On the basis of Gallup's World Poll, Jim Clifton, CEO of the company, concluded that what the whole world wants is a "good job."
But what makes a job "good?"
Pay is not the most important factor. Having a job that doesn't provide for the basics is a problem, of course, but pay alone does not determine whether a person feels his or her job is a "good" one.
Matching one's strengths with one's work is an important factor. George Washington Carver's boss, Booker T. Washington, remarked that Carver was a poor administrator. It would have been a mistake for Carver to have been "promoted" to an administrative role. His best fit was in the lab.
But matching one's strengths with one's work is not the only factor in a "good" job. Making progress is important, too. Yet making progress alone is not enough. Making progress in work that lacks meaning won't cut it over the long haul.
Making progress in work with meaning, while using one's gifts and strengths to go somewhere worth going, is quite another matter! For most people, personal meaning is essential for a truly "good" job. That's because personal meaning addresses the why behind one's work, and this provides staying power.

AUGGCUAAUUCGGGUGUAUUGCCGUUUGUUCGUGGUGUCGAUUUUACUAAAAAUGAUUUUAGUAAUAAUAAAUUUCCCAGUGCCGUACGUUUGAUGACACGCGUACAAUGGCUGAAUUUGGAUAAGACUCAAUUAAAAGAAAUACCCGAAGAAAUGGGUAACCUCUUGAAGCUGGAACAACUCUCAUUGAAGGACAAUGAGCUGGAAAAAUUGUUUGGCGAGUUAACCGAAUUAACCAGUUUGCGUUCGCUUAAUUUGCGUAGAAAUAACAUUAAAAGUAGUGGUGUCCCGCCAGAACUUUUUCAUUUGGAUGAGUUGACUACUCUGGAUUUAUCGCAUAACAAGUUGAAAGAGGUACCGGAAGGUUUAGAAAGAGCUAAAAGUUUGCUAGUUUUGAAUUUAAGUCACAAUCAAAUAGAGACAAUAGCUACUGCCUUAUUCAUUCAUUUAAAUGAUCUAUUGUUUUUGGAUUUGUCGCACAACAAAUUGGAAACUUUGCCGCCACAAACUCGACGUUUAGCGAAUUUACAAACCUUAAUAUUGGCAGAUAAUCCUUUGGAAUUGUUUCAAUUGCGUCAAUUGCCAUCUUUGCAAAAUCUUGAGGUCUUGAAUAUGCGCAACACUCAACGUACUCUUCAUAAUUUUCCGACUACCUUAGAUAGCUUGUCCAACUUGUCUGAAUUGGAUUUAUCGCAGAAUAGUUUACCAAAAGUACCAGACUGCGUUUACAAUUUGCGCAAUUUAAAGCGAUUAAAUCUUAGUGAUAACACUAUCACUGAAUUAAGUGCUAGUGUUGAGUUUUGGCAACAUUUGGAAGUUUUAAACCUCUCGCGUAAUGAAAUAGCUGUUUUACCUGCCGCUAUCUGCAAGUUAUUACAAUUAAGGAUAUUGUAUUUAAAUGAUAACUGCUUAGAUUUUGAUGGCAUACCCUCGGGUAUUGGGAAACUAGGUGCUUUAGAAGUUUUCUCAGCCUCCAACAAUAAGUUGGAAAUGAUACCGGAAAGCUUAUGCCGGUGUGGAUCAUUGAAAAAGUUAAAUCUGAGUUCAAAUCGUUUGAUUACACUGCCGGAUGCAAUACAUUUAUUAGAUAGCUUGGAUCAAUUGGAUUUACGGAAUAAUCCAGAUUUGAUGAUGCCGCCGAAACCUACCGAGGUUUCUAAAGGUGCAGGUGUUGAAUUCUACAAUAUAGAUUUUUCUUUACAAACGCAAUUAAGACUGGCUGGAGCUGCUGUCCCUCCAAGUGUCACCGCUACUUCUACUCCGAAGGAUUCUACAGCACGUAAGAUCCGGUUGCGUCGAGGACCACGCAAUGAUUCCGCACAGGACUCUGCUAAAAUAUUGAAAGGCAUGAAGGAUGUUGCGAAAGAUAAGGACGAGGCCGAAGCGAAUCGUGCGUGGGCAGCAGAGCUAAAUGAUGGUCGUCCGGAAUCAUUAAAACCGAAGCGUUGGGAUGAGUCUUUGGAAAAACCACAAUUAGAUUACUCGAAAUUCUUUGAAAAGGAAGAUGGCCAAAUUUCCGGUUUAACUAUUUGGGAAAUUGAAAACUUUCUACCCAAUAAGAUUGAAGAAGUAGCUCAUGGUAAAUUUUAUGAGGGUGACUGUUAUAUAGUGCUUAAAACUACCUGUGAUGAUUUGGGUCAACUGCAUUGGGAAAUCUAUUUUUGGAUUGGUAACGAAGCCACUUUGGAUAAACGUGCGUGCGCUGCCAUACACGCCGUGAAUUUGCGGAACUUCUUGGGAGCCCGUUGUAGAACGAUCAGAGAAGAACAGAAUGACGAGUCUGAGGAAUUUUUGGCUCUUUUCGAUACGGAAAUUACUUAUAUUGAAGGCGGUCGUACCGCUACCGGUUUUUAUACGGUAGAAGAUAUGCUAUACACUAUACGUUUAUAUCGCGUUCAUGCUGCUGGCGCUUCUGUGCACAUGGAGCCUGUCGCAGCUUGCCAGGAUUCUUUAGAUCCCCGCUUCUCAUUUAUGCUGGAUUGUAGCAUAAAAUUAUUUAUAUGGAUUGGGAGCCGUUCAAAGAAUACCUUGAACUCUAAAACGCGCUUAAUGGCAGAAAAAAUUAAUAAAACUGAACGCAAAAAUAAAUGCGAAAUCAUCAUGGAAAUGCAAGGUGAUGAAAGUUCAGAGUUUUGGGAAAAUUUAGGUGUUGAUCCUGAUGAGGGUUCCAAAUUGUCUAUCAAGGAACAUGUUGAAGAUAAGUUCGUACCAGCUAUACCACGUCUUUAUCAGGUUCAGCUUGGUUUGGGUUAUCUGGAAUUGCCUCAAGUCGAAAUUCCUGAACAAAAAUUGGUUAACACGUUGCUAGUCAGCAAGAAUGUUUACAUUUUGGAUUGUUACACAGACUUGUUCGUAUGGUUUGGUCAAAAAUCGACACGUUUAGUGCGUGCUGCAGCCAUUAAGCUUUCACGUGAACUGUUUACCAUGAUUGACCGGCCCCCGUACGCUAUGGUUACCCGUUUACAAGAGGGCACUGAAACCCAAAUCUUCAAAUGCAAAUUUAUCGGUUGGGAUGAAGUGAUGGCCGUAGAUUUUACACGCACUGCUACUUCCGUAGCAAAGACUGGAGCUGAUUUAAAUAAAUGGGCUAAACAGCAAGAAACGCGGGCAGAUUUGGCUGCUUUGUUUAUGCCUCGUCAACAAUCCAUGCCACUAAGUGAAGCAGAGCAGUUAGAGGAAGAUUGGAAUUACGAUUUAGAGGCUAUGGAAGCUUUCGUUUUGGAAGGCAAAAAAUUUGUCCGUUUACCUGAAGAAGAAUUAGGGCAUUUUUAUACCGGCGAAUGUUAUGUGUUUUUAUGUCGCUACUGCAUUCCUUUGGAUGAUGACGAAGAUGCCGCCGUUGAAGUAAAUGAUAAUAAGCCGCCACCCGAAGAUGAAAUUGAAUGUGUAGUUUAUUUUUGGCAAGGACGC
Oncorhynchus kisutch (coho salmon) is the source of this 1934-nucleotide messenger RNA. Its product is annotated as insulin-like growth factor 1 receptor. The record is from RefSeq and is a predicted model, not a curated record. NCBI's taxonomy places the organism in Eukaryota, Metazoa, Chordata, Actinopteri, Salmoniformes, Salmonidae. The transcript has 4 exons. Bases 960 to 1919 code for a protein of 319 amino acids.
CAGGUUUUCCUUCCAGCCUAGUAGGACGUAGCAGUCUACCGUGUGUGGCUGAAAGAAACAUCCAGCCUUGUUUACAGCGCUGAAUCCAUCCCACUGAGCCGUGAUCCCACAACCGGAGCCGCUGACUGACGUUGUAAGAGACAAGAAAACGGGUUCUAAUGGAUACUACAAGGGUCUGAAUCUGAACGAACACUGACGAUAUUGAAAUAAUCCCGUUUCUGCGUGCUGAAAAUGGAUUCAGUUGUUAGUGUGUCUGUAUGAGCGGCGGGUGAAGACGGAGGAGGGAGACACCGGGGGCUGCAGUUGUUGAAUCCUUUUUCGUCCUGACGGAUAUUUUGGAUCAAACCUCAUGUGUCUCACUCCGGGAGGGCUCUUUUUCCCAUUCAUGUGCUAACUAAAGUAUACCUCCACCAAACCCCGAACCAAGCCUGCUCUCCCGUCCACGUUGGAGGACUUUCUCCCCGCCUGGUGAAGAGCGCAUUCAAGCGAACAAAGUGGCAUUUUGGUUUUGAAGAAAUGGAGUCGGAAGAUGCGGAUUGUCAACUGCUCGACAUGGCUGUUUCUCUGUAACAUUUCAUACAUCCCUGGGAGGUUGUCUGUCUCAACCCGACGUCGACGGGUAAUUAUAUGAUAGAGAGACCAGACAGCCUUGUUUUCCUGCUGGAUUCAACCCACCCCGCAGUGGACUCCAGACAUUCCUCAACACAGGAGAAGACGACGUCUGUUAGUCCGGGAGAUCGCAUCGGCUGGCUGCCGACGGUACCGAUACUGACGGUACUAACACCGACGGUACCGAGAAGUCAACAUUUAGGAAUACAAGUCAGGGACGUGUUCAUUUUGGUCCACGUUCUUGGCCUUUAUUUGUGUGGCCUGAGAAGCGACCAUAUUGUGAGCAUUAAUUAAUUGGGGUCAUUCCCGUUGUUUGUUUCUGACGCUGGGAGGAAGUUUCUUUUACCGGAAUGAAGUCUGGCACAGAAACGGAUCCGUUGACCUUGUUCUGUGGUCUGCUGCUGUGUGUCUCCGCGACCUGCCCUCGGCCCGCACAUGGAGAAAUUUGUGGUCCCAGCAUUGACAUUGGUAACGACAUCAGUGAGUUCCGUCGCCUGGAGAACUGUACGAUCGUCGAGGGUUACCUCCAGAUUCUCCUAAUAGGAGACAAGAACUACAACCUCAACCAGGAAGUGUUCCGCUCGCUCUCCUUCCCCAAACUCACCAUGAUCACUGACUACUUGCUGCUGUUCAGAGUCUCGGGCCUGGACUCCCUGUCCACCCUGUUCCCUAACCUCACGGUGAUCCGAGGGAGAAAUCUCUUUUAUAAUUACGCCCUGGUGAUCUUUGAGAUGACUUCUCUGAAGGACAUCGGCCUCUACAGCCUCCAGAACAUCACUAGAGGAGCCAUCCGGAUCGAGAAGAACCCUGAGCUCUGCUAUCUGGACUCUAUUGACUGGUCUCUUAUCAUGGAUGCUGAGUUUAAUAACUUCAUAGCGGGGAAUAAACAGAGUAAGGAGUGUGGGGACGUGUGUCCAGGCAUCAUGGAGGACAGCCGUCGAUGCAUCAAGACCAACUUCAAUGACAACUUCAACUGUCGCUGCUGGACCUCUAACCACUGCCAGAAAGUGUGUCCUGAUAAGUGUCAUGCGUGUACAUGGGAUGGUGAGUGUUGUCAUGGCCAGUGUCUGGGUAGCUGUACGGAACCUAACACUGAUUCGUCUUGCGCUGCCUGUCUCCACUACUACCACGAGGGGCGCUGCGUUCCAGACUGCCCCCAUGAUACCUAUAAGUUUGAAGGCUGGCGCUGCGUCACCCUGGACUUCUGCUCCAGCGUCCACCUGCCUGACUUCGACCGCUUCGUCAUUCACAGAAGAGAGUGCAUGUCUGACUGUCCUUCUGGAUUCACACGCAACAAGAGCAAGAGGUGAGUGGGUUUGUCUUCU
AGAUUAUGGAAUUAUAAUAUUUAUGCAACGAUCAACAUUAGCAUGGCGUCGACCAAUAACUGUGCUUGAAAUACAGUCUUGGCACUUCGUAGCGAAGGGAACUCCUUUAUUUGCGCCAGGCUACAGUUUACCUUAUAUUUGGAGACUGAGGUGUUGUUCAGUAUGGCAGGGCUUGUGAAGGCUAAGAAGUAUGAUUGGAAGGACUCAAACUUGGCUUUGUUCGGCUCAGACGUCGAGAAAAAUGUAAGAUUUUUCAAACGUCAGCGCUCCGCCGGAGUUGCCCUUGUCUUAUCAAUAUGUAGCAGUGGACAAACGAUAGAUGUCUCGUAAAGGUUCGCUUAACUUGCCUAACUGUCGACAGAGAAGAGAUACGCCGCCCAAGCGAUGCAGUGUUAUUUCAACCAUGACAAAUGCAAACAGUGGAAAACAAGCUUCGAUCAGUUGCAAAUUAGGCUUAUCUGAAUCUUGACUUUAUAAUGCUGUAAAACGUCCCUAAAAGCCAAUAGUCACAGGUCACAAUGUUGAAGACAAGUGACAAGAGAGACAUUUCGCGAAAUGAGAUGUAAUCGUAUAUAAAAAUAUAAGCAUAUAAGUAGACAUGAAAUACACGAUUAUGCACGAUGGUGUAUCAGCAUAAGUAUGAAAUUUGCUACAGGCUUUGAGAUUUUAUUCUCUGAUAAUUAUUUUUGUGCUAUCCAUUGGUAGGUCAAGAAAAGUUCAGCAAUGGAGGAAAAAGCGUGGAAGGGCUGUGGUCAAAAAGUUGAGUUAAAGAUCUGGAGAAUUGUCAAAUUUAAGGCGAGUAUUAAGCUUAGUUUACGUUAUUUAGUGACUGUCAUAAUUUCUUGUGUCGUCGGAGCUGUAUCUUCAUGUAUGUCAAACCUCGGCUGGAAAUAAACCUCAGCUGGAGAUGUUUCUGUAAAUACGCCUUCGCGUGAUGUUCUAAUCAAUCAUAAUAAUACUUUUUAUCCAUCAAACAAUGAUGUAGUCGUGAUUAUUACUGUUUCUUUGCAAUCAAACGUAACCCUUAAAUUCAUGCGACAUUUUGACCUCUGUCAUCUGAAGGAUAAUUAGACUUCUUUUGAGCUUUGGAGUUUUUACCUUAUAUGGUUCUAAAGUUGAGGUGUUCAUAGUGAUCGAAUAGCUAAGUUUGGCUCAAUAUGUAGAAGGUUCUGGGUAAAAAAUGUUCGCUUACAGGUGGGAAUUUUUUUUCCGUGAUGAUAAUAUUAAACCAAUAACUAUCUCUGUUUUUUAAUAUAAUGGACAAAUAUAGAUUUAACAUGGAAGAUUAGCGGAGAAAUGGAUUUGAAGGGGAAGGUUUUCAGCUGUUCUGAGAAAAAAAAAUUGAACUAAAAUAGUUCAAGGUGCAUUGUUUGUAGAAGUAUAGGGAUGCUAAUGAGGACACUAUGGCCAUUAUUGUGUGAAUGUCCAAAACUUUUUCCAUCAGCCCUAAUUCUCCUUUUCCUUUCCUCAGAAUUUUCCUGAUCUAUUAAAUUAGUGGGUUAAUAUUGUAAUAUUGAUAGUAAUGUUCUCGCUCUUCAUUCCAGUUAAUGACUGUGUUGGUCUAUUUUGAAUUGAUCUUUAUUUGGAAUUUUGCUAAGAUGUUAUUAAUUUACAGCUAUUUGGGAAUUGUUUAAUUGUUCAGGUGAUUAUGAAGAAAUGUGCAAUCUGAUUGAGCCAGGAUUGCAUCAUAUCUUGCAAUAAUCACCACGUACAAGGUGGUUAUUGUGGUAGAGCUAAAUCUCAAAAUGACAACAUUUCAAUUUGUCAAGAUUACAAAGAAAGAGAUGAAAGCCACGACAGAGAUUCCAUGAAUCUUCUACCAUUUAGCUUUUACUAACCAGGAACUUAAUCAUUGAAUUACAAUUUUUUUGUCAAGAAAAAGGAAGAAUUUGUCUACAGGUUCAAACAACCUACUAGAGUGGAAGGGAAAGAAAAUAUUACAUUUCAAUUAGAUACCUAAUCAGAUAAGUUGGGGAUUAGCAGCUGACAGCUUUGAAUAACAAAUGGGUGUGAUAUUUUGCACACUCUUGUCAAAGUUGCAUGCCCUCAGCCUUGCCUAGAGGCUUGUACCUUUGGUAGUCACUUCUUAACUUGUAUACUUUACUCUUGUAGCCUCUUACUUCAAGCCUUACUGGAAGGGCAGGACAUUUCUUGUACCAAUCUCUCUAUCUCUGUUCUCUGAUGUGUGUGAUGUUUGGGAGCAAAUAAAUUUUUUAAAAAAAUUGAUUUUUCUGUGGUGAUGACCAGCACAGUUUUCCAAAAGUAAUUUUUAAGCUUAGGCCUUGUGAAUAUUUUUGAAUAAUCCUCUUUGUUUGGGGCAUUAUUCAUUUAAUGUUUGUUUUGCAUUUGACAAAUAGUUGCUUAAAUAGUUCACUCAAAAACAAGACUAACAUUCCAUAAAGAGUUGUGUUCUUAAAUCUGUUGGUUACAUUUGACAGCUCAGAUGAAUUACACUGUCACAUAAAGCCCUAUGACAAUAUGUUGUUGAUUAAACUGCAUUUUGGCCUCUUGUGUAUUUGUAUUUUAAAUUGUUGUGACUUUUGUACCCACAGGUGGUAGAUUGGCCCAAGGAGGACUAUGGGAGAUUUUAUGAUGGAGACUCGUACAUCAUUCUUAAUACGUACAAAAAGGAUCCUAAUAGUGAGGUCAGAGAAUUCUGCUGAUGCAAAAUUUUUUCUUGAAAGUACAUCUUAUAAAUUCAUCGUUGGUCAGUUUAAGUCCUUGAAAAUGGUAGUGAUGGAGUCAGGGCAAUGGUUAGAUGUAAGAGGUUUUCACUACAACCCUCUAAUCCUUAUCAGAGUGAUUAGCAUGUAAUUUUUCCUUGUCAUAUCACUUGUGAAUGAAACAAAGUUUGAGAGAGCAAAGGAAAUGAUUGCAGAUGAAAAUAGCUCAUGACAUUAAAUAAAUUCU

The big question for many people, then, becomes, "How can my work have personal meaning, if it really doesn't?"
Bonnie Wurzbacher, while serving as Vice-President of Global Accounts for The Coca-Cola Company, once told me, "we don't find meaning in our work, we bring meaning to our work." This is a profound idea.
She went on to say that until we understand the theology of our work, and truly embrace a biblical worldview that allows no "secular and sacred split," seeing how our work truly fulfills and advances God's purposes for the world, we cannot bring meaning to our work.
This is important: work has meaning when we bring meaning to it.
A biblical worldview allows us to see how all work fits into the larger context of God's purpose for the world and our work. The key lies in our ability to "contextualize" the work we do. That is, putting it in the context of the "larger frame of reference" which a biblically-shaped view of the world and our work provides. This is how to bring meaning to work.
We'll explore this in detail over the next few posts.
The amazing thing is, the biblical context provides as much meaning for retail clerks and taxi cab drivers as it does for CEOs and college professors.
To hear part of my interview with Bonnie Wurzbacher, play the video below:
If the video does not play, click here: http://youtu.be/PRdpT-KZv_4